Or … if you are not that curious and want to get stuff done automatically and faster… just add the package spec to the require section of your app’s composer.json and type php composer.phar update in your shell prompt.

Yii2 is the same. You can put anything anywhere. Add Yii::setAlias('@libs', '/anywhere/src/libs') and Yii will autoload classes with namespace = libs/ from that dir and subdirs. Also you can get the path itself via Yii::getAlias().

Thanks for your half answer. I’m sure I’ll eventually figure it out from here.

The thing with Yii2 is that NAMESPACES are in. So you can keep any stuff anywhere in any folder and access it through namespaces. So if you want to mimic Yii 1.1 for example and create your own module … you can create a directory: approot/modules/pkg1.

Then you can simply access the module classes anywhere like this:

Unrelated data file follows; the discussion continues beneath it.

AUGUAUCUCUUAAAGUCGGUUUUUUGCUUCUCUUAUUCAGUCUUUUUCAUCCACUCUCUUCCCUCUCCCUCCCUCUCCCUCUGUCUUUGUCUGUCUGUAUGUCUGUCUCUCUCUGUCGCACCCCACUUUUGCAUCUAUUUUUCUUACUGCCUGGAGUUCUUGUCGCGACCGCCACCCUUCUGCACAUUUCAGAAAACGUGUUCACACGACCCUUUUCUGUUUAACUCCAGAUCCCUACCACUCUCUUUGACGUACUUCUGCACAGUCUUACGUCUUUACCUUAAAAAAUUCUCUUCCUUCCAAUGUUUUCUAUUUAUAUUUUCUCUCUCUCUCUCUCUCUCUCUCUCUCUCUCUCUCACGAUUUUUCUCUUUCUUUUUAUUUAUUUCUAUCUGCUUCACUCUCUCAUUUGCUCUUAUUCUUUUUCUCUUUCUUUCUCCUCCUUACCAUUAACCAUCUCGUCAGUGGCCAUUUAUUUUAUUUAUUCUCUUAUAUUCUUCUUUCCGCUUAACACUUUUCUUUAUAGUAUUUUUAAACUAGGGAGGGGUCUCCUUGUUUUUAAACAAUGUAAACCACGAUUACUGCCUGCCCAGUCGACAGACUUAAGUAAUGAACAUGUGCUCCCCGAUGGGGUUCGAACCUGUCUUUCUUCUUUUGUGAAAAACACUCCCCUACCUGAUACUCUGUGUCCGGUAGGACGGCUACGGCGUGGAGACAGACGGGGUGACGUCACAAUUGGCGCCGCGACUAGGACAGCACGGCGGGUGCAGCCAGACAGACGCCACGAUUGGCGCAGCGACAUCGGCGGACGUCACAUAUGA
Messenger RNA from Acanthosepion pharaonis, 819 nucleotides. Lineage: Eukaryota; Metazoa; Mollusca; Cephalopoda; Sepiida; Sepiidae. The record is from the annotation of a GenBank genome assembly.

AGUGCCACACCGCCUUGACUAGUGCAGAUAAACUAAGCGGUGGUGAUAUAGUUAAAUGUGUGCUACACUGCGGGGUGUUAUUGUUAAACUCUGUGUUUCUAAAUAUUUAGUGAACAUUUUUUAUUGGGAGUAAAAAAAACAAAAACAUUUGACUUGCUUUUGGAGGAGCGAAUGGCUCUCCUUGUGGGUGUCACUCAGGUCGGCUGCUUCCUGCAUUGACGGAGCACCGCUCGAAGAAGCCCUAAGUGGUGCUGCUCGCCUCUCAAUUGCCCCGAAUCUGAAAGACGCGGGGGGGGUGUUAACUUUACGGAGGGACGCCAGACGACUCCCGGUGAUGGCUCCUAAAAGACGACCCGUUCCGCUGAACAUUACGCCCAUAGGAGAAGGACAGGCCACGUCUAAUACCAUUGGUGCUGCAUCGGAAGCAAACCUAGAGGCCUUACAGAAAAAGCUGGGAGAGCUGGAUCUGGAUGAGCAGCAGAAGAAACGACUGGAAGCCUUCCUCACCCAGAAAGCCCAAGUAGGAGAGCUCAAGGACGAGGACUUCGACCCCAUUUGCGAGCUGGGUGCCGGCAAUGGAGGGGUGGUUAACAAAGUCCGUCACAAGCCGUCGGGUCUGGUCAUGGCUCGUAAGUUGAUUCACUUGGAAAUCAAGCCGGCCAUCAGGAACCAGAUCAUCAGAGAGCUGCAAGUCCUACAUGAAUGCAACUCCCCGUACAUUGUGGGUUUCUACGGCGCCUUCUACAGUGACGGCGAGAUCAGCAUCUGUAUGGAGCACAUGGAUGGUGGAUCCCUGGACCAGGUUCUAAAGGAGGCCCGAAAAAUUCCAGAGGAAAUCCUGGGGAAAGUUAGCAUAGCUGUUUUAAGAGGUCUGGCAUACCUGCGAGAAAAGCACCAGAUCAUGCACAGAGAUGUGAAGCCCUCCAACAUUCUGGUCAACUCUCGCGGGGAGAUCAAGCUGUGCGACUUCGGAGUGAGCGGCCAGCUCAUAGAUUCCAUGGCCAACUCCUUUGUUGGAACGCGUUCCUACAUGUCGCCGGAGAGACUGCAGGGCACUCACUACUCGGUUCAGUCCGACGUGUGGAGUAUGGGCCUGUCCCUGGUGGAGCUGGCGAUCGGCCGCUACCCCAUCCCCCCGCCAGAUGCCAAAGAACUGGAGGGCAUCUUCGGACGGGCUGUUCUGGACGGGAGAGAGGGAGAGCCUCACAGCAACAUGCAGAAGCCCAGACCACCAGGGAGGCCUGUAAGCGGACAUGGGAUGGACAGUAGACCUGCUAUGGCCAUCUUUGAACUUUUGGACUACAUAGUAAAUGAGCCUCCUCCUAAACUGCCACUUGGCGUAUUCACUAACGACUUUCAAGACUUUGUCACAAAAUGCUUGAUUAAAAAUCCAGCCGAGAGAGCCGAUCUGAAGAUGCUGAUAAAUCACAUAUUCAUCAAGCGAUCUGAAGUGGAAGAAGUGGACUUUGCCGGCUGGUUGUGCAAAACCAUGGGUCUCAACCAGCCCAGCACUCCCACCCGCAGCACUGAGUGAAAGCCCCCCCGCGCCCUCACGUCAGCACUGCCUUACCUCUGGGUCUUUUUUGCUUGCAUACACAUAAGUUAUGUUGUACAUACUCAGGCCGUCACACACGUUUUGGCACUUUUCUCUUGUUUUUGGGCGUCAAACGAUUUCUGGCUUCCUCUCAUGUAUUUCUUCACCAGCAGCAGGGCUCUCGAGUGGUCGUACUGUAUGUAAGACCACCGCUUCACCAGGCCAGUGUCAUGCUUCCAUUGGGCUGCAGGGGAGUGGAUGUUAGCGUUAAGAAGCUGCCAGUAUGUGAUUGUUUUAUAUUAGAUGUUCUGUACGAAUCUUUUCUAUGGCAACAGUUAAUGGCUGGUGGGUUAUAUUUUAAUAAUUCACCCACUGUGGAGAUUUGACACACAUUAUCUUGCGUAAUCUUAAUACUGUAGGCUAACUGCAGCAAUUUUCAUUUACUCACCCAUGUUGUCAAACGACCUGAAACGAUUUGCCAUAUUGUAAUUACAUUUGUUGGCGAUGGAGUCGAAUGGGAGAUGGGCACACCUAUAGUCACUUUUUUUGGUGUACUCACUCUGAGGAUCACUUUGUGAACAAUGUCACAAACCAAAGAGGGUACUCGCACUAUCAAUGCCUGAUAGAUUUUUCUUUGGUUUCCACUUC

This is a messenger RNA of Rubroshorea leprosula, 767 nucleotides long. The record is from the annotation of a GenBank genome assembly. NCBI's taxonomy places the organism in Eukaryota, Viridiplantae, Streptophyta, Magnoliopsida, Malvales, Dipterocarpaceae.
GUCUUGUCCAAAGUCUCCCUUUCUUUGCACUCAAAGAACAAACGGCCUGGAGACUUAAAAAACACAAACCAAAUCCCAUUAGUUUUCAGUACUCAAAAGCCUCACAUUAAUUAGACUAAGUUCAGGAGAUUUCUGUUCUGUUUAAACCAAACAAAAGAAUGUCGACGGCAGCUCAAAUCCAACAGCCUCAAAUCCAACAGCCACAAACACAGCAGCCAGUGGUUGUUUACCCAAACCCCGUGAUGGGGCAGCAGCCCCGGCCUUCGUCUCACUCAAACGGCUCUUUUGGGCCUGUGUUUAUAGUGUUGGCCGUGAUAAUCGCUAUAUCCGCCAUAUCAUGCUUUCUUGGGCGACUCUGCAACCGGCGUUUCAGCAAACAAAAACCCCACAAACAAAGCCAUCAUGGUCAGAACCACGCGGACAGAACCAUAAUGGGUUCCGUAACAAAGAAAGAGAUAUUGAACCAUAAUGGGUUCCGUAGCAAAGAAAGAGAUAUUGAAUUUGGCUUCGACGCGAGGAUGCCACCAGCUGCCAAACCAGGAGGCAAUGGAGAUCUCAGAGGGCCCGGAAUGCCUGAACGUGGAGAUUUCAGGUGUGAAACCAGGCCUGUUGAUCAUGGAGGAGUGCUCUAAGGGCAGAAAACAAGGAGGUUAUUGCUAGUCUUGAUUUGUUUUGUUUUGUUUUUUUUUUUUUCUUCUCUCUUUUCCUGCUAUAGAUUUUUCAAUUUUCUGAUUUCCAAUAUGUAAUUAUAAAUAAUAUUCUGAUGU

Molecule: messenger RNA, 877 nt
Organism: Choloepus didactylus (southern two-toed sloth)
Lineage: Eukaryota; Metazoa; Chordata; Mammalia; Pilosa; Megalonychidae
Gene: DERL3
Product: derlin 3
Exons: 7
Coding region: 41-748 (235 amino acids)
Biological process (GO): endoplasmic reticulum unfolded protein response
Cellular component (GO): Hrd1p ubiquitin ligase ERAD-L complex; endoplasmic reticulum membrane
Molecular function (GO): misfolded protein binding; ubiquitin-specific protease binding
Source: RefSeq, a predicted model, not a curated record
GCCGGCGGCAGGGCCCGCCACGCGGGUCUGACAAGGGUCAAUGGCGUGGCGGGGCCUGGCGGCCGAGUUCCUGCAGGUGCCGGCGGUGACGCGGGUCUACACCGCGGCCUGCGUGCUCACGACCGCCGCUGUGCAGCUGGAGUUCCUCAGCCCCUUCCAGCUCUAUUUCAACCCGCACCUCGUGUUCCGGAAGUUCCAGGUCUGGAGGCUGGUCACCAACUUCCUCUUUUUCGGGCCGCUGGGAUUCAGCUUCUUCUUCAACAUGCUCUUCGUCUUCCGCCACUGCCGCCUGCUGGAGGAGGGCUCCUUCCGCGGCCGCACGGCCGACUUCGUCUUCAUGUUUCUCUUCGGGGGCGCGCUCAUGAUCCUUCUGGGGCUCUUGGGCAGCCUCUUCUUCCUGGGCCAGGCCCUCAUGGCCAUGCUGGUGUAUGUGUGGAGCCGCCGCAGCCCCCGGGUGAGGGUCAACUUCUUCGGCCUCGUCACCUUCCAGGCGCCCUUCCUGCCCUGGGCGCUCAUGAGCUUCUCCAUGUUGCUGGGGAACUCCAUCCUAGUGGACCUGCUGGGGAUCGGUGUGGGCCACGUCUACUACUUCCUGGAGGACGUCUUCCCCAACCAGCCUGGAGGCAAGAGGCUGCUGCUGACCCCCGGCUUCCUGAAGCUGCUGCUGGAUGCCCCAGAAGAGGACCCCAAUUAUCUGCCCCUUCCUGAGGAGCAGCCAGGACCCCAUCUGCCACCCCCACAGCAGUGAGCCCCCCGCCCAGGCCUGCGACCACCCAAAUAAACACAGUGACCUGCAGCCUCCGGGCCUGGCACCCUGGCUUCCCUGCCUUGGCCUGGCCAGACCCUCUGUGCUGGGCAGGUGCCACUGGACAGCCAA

use app\modules\pkg1\ModuleClass;

OR you can create approot/extensions/Extension1.php

and access it anywhere like this

use app\extensions\Extension1;

You can also use any other folder other than approot and set an alias as samdark mentioned. Hope that clarifies.

If you are installing THIRD PARTY EXTENSIONS — you are recommended to use composer.

I like Yii2 embracing a package dependency manager like composer and making app and extension management so easy. Congrats dev team!

This is been so successful with frameworks like Symfony - so a great step forward and definitely IMO should improve further with usage and learning.